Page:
Psychoanalysis positions the role of sexuality, especially in our infancy. It is also about how we treat and examine other objects. 

Laura Mulvey - 'Visual Pleasures and Narrative Cinema'.

Laura believed that Hollywood films are sexists because they represent 'the gaze' as powerful and male. The heroes are typically male and lead the plot. A woman would be portrayed as 'sexual' objects to be looked at.

Freudian Theories of Psychoanalysis 1.

  • Scopophilia - The pleasure of looking at others bodies as objects. Instinctual desire to look - curiosity of others bodies emerges in childhood.
' the extreme [scopohilia] can become fixated into perversion, producing obsessive voyeurs and Peeping Toms whose only sexual satisfaction can come from watching, in an active controlling sense, an objectified other'. Mulvey

Freudian Theories of Psychoanalysis 2.
  • Narcissistic Identification - for Mulvey spectators identify with the male hero in narrative films. 

Freudian Theories of Psychoanalysis 3.
  • Jacques Lacan - the mirror stage. 
Projected notion of the 'ideal ego' seen in the image reflected in a mirror.
A child's own body is less perfect that what they see in their reflection. 
Film - like the mirror - produces a fascination in the image that can itself, induce a loss of ego. In our increasing identification with a projected ego our own sense of ego becomes lost. The actors on screen become objectified. 

Woman as image / man as a bearer of the look

  ‘In a world ordered by sexual imbalance, pleasure in looking has been split between active/male and passive/female. The determining male gaze projects its fantasy onto the female figure. In their traditional exhibitionist role women are simultaneously looked at and displayed, with their appearance coded for strong visual and erotic impact  [. . .] they can be said to connote to-be-looked-at-ness.’ 

'The male figure cannot bear the burden of sexual objectification  [...]  he controls the film fantasy and also emerges as the representative of power in a further sense: as the bearer of the look of the spectator...'

'By means of identification with the male actor through participation in his power, the spectator can indirectly possess her too [the female actor] '.

Extending Mulvey's Theory - SUTURE

Spectators look through the eyes of the actors in the film
We are able to follow 'their' gaze without feeling guilty
Suture can be broken eg. when an actor speaks out to us - the audience.
When broken, the audience become aware of their own gaze. 
There is then the possibility to make the spectator feel guilty.

Suture often forces empathy. We have an empathetic relationship with the lead protagonist. Suture is broken when we are reminded that the gaze is constructed.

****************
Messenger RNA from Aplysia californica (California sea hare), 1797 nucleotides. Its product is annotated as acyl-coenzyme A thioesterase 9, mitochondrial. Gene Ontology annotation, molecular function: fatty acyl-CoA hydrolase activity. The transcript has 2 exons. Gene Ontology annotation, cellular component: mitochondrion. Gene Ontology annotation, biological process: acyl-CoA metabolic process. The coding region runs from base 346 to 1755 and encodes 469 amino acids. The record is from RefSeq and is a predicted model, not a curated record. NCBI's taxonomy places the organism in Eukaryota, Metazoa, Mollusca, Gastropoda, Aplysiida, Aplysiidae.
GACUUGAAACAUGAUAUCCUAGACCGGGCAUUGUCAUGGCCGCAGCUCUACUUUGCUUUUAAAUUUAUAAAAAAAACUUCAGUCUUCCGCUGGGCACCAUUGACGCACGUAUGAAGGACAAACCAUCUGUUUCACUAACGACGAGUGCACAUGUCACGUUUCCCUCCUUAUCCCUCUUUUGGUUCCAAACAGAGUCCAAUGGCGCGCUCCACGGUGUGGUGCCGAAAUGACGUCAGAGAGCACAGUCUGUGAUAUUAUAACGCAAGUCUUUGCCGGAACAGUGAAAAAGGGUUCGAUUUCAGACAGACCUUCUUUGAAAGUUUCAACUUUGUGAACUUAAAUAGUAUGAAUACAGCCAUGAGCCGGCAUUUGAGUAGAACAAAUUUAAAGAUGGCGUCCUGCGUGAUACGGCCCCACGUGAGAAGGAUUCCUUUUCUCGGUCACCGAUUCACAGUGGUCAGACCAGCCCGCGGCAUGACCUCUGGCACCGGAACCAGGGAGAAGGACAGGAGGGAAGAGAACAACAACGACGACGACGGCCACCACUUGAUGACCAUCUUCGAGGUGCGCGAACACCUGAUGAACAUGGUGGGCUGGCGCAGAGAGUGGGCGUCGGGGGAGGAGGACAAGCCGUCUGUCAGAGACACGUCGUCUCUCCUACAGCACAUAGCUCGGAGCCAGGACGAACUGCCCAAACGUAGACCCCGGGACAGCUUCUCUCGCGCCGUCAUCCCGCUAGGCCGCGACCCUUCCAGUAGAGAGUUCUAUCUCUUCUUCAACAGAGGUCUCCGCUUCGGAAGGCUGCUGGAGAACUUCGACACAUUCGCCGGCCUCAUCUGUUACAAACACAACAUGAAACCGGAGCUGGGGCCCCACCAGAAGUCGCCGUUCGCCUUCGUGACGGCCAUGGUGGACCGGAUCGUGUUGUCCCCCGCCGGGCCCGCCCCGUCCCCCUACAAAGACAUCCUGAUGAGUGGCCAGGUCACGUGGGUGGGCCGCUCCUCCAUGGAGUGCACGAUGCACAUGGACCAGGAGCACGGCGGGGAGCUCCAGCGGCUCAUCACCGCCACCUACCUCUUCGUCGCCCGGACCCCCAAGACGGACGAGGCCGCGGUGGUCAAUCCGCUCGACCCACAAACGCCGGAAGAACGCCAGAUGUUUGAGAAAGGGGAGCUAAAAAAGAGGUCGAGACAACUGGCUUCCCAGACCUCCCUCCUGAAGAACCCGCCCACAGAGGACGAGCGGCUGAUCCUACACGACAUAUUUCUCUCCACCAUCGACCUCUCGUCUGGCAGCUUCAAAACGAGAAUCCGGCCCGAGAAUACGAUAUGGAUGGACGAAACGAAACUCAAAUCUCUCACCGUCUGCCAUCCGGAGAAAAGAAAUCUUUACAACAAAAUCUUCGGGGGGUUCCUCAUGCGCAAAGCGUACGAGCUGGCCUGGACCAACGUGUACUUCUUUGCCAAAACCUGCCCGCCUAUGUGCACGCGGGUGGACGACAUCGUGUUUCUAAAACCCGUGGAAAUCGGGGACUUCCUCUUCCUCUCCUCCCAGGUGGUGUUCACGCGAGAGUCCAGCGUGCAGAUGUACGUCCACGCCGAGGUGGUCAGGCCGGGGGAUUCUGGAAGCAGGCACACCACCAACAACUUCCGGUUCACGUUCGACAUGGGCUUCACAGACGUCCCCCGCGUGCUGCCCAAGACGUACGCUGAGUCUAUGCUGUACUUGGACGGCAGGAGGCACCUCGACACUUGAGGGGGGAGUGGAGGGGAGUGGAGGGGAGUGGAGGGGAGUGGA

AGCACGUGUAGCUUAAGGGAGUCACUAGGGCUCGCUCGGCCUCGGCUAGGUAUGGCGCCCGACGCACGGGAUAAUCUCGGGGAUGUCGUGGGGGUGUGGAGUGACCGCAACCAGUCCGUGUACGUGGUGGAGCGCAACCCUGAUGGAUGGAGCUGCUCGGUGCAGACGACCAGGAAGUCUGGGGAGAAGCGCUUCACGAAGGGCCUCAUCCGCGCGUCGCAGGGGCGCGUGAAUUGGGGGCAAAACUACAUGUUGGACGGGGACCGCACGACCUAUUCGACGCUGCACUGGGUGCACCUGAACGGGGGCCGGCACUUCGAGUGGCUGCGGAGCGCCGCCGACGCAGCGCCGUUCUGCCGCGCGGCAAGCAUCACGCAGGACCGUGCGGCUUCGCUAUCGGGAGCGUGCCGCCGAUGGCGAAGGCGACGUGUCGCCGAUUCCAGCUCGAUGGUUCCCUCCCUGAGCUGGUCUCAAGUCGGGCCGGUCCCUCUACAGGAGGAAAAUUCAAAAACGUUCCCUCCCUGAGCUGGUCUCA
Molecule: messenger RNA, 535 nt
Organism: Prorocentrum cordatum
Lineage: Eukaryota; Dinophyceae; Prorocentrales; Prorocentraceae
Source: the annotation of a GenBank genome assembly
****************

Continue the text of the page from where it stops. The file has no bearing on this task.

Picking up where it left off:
Forms of Gaze
1. The spectators gaze - gaze of a viewer at an image
This is the most common form of gaze. It is you looking at me... but I can also see you looking at others... this is called...
2. Intra-diegetic gaze - a gaze of one depicted person at another within the image. When I look around me now I don't just see you looking at me. I also see you looking at others.
This can be used for particular effect...

Le Viol ( The Rape) - Degas

The gaze 'intra-diegetic' it is a character in the image that gazes at the subject. 

Crop the man out and it is a completely different composition. The title is about rape and having a innocent looking girl sat alone in a bedroom forces a sense of guilt upon the viewer. You feel like maybe it is you who has upset her.

Le Viol exhibits the 'power' of the male gaze. It doesn't suggest that we obtain the gaze, but rather that we recognise its power. 

The intra-diegetic gaze is used for a particular affect. We may feel disgusted and upset about the image but we don't feel any actual guilt or that we are the perpetrators. 


We attach negative connotations with 'contradiction' ... should we?
As a mechanism contradiction is a key proponent of how cinemas, advertising and computer games work. When the inherent contradiction is challenged or subverted it creates confusion. 

For example...

The contradiction of scopophilia and narcissistic objectification are challenged in the advert.

Males are normally seen as the power in images however here the male has be subjectified. 

3. Extra-diegetic gaze - this is the direct addressing to the viewer/ the gaze of a person in an image looking out at us. It is avoided in cinemas but common in advertising and TV newsreaders. 

The use of the extra-diegetic gaze is more affecting than the intra-diegetic gaze in this instance.
Intra-diegetic gazes defer our guilt – someone else is hurting that person

Extra-diegetic gazes enhances our guilt – we are complicit

Different forms of ‘gaze’ evoke different structures of power;
We can objectify (scopophilia) AND identify (narcissistic identification);
Cinema, advertising, computer games thrive upon ‘contradiction’ [but this isn’t necessarily a bad thing!];
Visual culture employs different forms of the gaze to evoke structures of patriarchy;
Psychoanalysis seeks to evaluate and identify the architecture and symptoms of the gaze.